But the method in which Ripley takes it was so wrong. So evil. So narcissistic. Yet all so truthful. If Fight Club touched on the frustrations and took it out on each other, Ripley was about going after the men we wished we were.
Setting aside the queer theory attached to the film, What I realized after the film was done, was that my desires were leading to the same actions Cain used over Abel. That if I'm jealous, I'll become a monster.
The cathartic power of cinema freed me from building up jealously or envy that would have lead to a place of no return.
If there was ever a character who would have voted for Donald Trump, I believe the disillusioned early version of Kevin Spacey's Lester Burnham. The final version would have been a #FeelTheBern guy, but the sad earlier version would have eaten up Trump's message to middle class white men that life was better when just being white and male was enough to be successful and happy.
Once Lester blackmails his boss, smokes pot, gets a fast food job and pursues the 17-year old (ironically virgin) sexpot his life becomes alive. His entire existence makes sense. His pursuit of happiness leads him to pure hedonism. But that pursuit brings on his tragic death.
Growing up evangelical Christian, this film spoke to me. I'd seen Christianity morph into some type of "Republicanity" with material gain being a proof of God's blessing, yet I've watched the older people in my life (I was 18) get divorced, cheat, quit jobs, pursue other ventures, etc. The sitcom level of happiness was the real illusion. Through this film I knew I didn't want to be Lester, but I also knew I didn't want to become some clone of a middle-America Reaganite.
It was the last words that got to me and the last sentence that put things into some type of artistic perspective:
...but it's hard to stay mad, when there's so much beauty in the world. Sometimes I feel like I'm seeing it all at once, and it's too much, my heart fills up like a balloon that's about to burst... And then I remember to relax, and stop trying to hold on to it, and then it flows through me like rain and I can't feel anything but gratitude for every single moment of my stupid little life... You have no idea what I'm talking about, I'm sure. But don't worry... you will someday...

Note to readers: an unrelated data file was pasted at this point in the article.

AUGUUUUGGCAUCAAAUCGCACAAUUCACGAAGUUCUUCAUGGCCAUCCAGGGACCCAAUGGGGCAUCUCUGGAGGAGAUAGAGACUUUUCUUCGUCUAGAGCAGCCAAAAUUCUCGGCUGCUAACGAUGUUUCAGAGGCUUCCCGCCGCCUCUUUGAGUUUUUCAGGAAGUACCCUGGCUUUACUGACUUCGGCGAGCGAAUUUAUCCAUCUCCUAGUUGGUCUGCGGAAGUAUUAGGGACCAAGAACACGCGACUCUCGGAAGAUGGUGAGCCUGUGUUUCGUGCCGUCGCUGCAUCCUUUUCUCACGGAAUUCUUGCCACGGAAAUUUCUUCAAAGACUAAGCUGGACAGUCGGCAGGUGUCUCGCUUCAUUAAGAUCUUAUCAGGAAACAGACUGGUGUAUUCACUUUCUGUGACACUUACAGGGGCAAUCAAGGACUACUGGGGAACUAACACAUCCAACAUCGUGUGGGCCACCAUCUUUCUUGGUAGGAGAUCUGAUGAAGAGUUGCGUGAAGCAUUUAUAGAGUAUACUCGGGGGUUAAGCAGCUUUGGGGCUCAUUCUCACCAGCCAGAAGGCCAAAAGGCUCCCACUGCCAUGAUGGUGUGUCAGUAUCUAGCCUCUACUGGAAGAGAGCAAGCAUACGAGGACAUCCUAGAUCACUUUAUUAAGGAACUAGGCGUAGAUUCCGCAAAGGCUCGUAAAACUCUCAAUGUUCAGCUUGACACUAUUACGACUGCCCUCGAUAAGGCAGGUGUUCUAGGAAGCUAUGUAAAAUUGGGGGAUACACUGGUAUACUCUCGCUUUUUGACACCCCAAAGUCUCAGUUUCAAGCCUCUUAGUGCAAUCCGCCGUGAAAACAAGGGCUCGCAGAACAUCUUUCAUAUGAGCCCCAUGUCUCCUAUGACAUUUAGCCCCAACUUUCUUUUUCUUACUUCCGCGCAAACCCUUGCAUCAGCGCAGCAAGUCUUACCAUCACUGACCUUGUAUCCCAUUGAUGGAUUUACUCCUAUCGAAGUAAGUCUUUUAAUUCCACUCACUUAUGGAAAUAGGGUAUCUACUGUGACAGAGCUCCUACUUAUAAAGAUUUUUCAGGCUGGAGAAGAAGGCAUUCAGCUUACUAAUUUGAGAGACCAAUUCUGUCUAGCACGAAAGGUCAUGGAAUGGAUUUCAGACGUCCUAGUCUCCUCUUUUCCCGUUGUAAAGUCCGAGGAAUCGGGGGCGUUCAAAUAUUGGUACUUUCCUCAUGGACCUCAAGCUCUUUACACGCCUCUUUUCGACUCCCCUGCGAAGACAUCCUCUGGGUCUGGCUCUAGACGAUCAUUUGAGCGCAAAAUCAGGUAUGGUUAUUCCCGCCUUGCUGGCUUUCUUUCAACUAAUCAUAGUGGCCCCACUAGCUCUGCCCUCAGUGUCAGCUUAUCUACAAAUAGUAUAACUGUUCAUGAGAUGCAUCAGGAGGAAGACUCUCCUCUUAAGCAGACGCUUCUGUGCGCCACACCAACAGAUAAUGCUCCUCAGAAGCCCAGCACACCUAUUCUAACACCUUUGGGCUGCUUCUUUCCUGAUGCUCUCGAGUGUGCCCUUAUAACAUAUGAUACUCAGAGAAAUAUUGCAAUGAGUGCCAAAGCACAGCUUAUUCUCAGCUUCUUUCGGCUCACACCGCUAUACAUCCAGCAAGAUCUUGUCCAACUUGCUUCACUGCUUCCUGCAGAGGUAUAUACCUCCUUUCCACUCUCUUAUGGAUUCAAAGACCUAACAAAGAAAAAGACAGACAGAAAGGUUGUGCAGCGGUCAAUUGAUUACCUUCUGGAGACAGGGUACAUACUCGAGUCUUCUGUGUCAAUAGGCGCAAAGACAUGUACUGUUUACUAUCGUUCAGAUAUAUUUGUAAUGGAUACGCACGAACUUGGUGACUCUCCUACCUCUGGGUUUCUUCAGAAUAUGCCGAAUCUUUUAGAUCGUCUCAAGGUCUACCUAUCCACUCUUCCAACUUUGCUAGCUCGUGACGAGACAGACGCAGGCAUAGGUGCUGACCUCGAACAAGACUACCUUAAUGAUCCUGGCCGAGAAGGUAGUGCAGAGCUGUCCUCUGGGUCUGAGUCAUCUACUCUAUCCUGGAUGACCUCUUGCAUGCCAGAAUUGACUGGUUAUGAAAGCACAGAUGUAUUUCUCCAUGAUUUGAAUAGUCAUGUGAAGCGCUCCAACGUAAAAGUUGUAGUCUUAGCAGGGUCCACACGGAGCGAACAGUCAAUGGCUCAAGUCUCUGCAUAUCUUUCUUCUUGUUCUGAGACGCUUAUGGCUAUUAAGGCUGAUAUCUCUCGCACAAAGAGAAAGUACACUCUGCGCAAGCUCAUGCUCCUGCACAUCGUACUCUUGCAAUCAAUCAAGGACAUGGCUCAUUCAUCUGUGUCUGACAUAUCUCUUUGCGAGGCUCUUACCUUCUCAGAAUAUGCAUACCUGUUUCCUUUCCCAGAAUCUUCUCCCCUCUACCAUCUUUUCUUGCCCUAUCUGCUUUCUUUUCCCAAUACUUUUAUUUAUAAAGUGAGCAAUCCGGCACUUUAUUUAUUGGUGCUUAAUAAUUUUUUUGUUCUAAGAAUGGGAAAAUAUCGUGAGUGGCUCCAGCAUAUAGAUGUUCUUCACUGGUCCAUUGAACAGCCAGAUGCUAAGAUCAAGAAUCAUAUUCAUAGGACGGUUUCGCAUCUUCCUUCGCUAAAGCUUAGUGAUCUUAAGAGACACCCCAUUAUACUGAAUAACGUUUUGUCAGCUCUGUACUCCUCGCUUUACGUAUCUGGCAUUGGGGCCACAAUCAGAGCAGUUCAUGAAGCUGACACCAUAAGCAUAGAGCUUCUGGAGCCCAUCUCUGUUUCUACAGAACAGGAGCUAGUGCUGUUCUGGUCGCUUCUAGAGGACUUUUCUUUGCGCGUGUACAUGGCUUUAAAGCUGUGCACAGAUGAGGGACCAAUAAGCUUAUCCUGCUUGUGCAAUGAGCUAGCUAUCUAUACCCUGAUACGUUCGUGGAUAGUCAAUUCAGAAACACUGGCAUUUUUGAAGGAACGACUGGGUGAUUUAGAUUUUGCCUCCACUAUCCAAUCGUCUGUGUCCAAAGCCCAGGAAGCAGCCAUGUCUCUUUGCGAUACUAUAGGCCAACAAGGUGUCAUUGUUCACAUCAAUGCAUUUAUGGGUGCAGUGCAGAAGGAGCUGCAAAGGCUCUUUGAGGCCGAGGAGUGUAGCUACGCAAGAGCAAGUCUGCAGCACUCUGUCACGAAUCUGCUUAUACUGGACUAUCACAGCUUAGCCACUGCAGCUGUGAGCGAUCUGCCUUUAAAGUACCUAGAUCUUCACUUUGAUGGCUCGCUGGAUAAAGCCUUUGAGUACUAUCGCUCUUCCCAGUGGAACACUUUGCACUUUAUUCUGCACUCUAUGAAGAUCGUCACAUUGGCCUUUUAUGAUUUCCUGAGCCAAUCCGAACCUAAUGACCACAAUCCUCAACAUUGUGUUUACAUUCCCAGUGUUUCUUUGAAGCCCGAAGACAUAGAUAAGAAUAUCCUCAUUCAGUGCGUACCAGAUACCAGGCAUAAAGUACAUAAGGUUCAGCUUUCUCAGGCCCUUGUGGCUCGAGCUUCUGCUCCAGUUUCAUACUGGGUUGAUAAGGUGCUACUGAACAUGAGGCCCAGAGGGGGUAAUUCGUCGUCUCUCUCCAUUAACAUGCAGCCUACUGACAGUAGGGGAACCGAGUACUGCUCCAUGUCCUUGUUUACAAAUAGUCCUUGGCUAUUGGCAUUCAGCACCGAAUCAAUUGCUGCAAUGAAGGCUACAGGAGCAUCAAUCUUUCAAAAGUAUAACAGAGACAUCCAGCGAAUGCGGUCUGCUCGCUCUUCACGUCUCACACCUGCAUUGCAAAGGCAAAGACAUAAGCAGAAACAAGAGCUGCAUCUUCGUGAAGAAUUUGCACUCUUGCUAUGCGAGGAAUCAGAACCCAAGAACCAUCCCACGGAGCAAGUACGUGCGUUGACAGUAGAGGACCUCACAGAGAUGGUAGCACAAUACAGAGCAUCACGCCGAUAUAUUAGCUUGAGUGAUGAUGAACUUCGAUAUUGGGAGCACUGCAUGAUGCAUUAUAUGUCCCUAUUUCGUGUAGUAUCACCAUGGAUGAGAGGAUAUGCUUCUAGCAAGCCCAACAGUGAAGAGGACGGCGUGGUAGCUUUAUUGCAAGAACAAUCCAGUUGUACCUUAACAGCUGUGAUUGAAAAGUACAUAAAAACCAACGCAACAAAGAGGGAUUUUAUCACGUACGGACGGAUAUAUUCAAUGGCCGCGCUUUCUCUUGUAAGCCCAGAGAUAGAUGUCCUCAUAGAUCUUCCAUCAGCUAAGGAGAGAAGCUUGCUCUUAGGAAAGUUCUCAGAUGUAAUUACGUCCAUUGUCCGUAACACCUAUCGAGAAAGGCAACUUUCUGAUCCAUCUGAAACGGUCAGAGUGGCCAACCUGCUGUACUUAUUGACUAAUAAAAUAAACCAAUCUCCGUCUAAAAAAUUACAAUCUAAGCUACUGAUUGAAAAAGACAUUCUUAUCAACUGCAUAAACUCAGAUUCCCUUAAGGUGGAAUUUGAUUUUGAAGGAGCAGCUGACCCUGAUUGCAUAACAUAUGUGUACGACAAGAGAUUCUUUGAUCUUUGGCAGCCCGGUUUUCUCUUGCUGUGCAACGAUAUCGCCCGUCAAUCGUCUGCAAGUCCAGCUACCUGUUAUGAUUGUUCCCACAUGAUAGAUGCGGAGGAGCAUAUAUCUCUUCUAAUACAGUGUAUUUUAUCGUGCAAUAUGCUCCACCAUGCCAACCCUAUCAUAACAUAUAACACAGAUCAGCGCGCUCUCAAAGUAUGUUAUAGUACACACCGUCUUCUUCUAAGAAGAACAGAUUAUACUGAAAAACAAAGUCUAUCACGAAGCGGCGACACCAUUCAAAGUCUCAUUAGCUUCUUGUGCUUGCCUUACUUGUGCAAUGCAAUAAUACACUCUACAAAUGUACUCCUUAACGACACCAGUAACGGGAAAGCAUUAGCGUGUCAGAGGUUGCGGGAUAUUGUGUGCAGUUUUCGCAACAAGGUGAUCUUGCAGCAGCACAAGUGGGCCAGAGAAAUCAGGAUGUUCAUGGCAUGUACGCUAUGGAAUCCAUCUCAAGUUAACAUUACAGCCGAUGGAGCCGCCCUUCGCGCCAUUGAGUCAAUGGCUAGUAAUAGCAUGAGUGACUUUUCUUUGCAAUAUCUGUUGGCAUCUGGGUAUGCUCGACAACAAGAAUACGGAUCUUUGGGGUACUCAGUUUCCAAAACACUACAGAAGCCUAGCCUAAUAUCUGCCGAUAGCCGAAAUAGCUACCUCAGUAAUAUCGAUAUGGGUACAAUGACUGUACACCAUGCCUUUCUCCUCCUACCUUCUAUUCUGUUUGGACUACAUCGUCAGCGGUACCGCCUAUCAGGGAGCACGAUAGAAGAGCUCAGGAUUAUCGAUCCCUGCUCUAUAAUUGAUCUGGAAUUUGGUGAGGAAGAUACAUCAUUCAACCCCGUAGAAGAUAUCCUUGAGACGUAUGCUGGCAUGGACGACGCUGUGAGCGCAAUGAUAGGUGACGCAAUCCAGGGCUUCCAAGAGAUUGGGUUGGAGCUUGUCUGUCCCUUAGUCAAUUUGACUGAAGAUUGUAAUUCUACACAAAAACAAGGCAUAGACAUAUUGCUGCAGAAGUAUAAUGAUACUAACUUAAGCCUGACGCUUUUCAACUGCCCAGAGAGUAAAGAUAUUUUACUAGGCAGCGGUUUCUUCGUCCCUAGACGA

So there. The 5 films that changed my life in 1999. Never say it's "just a movie." That would be like saying Beethoven was just a music guy. Churchill was just a politician. Or that Jesus was just a rabbi.
My Life changed in 1999. And here is the written proof of such changes.
I haven't blogged in a long time due to numerous factors: I've been booked like crazy, I started a new job, and it's been a tough few weeks dealing with my new life as a comedian.
I love performing comedy, but as I perform more and more, I find "regular" life more and more mundane. The things I used to live for have become boring in comparison.
Going to the movies. Eh.
Watching TV. Blah.
Stalking my friends on Facebook. Forgetaboutit.
I'm a stand up comedy junkie now. I just want to write and perform. Regular life has become flavorless in many ways.
I'm pretty sure it's not healthy. In fact, I know it isn't. But when I reflect on regular life, an invisible life, a simple life, I seem to think I wasn't really thrilled with that either.
My life never really attracted much attention or people. Teaching. Coaching. Writing. No one seemed interested in my life. Not my friends. Not women. Not anyone really.
Stand up comedy does have some interest, but some people seem to be over it, while others seem to have moved on in their life without me.
If I got a nickle for every birthday or party I'm not invited to because people think I'm "too busy" I'd be worth a crap load of nickles.
On one level I understand, but on another level I feel like George Clooney in Up in the Air. I want to burn the backpack because we are not swans - we're sharks.
Maybe the reason I always got film was because the subtext was always the same. Regular life sucks. It's empty. It's pointless. It's endless. It's lifeless.
That's why Frodo must leave the shire after his journey. That's why Luke can't just get married and settle down after learning about the force. Andy Dufresne can't be caged even though he loves Red. And Rocky Balbo can't just go play golf.
Once I did the implausible it separated me from the world I knew. The tragic clown is not a myth. It's a lifestyle.
Paul Douglas Moomjean Blog's About What's on His Mind
Blogging allows for me to rant when there is no stage in the moment to talk about what's important and/or funny to me.